6/20/12, Copic Multiliner SP pen, watercolor

Thursday, June 21, 2012

Sketching Like a Photographer

6/21/12, F-C Pitt Artists Pen

Everything I’ve ever read or heard about improving one’s photos includes this advice: Move in close and fill the frame with the subject.

It turns out that this advice is worth heeding when sketching, too.

On a sunny afternoon, the playground at Green Lake was a popular place for the stroller set. I started sketching a swing set that proved to be a miserable challenge – difficult perspective, both parents and kids moving too quickly, lots of action but no focal point.

6/21/12, F-C Pitt Artists Pen, watercolor
While seated on the same bench, I “zoomed in” closer with my eyes to pick out one toddler with her mom. I’m not sure if the sketch is any better, but at least the composition is.

I zoomed in on the boy on the slide too, but he posed an additional challenge. Unlike adults in coffee shops working on their laptops, kids never stay still (a startling discovery!). I used the same strategy I learned from trying to sketch a restless bear at the zoo: Sooner or later, the pacing animal will reappear in the same location with the same gesture, probably many times. So the first time the boy sat at the top of the slide, I caught the position of his head and shoulders. He was having a great time, so I knew he’d reappear. The second time down, I managed to get his torso. And so on, until I finished the sketch.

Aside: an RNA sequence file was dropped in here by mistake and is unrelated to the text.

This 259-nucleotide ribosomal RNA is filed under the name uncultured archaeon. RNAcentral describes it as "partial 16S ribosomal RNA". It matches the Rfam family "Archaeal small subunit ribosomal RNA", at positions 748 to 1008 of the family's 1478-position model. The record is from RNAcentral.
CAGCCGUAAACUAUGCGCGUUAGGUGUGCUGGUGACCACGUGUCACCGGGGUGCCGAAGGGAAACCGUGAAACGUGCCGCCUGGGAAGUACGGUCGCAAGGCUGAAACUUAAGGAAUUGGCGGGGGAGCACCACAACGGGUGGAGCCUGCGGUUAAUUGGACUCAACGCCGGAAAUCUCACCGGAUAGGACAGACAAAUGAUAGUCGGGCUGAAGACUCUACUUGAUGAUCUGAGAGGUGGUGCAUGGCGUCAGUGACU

6/21/12, F-C Pitt Artists Pen, watercolor

Sunday, June 17, 2012

Sketchcrawl for Humanity

6/16/12, Copic Multiliner SP pen
The Seattle Urban Sketchers met at the Seattle Center for a sketchcrawl of a Habitat for Humanity site. Called House of the Immediate Future and World House, the structures being built there are intended to raise awareness of Habitat for Humanity during the Center’s Next 50 celebration.

The construction site – stacks of lumber, bare studs, lots of parallel lines and perspective challenges – was overwhelming, and I didn’t know where to begin. So I took the easy way out and warmed up with several gesture studies of some of the volunteer workers.

6/16/12, F-C Pitt Artist Pen, watercolor, Stillman & Birn sketchbook
Eventually I moved to a different location and spotted a bright yellow forklift, but I thought the composition needed a human or two. Munching a protein bar for lunch, I pondered the composition a while. Cue fellow sketcher Chris, who stopped to sketch the forklift himself. He was exactly what I needed to give the heavy equipment a sense of scale. I sketched Chris first, knowing that he would probably wander away soon, which he did, and I finished the sketch in time to join the others for show and tell.

Friday, June 15, 2012

Sketching from the Recycle Bin

6/15/12, pencil, Stillman & Birn sketchbook
When I asked Chandler (instructor of the figure drawing class I took last weekend) how I might practice sketching at home without a model, she suggested using photos from the sports section of the newspaper, and I realized immediately what a great idea that is. I have no interest in sports, but as I routinely chuck the unopened sports section into the recycle bin, I am often stopped by the dramatic action photos I see published on the first page. So I retrieved yesterday’s sports section from the bin and found this ball player’s image, which made a useful gesture study.